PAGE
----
“. . . In his essay on whether we can actually harm the dead, Geoffrey Scarre of the Department of Philosophy at the University of Durham, England, wrote, ‘Whilst a bone may be no more animate than a stone, it is the relic of a man or woman who once thought and felt, was happy and sad, loved and feared as we do.  To disinter or disturb it, or to subject it to chemical or physical analysis, is to take a liberty–not with the thing itself but with the person to whom it once belonged.’ “

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snap of the day

Seguin’s Riverwalk will be stunning

The Walnut Branch restoration already has indications of the beauty and serenity
we will be able to  enjoy on our Very Own Riverwalk.

It will be a marvelous addition to Seguin!

I can envision a Moonlight & Roses event in this beautiful (and soon to be more beautiful) area!

will miss Mi Casita

paddling down the river

music in Central Park

snap of the day

Visions in Wood – Marika and her students

If you have not yet visited Seguin’s Heritage Museum – hie yourself there – do not hesitate.

The wood sculptures by Artist Marika Bordes and her students are beautiful.  They live.  They breathe.  They speak.

The exhibit is on both floors of the museum.

 

Gwaihir — a 14-foot masterpiece

 

one of my very favorite pieces . . .

more parking

your vote counts

Voting connects citizens with their political process. It helps choose our leaders (those who share our views or those who may inspire us). The simple act of marking a ballot tells our leaders what we think about decisions that affect our lives.

Voting connects us to one another as citizens. By taking part in an election and by expressing our point of view, we help our democracy work. By agreeing or disagreeing with our leaders we show that the political system can accept differing points of view and can resolve them. By not voting, we break the connection between individual citizens and their community.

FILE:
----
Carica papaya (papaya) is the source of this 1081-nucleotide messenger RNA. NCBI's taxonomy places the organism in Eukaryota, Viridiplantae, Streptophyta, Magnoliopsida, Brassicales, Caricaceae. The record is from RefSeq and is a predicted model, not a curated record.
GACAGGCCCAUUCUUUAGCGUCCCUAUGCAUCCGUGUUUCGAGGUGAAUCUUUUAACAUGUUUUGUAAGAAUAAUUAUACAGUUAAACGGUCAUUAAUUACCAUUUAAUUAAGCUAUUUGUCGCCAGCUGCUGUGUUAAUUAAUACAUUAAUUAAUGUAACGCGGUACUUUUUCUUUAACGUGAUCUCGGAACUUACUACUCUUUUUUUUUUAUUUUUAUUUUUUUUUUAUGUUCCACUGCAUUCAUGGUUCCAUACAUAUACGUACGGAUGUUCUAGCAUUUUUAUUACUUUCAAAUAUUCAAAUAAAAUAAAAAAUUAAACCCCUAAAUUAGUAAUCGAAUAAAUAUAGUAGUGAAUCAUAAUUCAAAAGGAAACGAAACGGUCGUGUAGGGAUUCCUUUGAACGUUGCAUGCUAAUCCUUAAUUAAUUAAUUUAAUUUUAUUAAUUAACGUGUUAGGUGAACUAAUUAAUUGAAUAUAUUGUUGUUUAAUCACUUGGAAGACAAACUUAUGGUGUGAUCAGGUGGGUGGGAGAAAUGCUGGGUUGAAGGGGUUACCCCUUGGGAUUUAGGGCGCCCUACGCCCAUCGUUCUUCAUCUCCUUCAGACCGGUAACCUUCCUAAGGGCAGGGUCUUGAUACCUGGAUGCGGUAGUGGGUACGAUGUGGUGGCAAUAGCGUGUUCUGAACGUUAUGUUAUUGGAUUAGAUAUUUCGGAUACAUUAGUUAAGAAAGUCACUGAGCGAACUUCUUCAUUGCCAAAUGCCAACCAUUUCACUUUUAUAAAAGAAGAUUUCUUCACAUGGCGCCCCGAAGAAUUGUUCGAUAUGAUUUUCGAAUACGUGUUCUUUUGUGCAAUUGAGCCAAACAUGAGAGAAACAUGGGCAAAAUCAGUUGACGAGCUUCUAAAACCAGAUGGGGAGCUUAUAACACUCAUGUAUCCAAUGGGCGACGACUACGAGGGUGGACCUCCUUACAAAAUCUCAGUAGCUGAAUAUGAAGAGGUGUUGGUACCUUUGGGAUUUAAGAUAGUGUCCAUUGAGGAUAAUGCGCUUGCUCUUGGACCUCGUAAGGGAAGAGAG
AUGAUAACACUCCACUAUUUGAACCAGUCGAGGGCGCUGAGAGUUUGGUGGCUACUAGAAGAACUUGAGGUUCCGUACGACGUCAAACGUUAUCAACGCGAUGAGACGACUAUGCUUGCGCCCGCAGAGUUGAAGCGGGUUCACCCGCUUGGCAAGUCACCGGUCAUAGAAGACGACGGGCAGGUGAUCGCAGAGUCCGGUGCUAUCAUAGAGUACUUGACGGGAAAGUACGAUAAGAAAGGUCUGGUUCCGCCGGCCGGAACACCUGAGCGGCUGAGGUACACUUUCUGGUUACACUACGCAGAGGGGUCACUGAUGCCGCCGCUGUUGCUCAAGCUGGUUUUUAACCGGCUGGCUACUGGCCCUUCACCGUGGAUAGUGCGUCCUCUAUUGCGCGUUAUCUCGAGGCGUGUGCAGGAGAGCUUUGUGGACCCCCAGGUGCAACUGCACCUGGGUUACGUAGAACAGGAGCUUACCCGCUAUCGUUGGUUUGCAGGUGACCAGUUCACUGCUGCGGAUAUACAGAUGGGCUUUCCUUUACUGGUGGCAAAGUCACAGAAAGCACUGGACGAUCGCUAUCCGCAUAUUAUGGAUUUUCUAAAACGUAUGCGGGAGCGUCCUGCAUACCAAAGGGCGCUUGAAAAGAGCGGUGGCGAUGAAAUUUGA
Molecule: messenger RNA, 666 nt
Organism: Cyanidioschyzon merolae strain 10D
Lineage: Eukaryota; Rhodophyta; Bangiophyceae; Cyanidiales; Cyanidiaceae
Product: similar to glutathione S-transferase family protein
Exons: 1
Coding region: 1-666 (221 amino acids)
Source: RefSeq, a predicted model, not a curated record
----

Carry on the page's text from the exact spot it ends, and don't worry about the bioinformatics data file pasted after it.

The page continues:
Voting helps to safeguard our freedoms. A democratic community can only survive if its citizens see participation in the political process as a duty and a responsibility.

Thank goodness, we can vote in our country without fear of physical harm, imprisonment, endangering our families or even being killed – which is not the case in some countries.  We have certain rights and privileges in the United States and we also have responsibilities.  We have a voice.  Doing nothing (not voting) is a choice – a choice which has consequences.

Early voting for the Texas election is October 18 to 29, 2010.  November 2 is the general and special election.

Guadalupe County Elections site

no words necessary

pumpkins pumpkins

I was something that lay under the sun and felt it, like the pumpkins, and I did not want to be anything more.  I was entirely happy.  Perhaps we feel like that when we die and become a part of something entire, whether it is sun and air, or goodness and knowledge.

Willa Sibert Cather

Sunday morning

He is alive, this morning
— by Emily Dickinson 

He is alive, this morning —
He is alive — and awake —
Birds are resuming for Him —
Blossoms — dress for His Sake.
Bees — to their Loaves of Honey
Add an Amber Crumb
Him — to regale — Me — Only —
Motion, and am dumb.

fall is in the air

snap of the day

Shout to the Lord!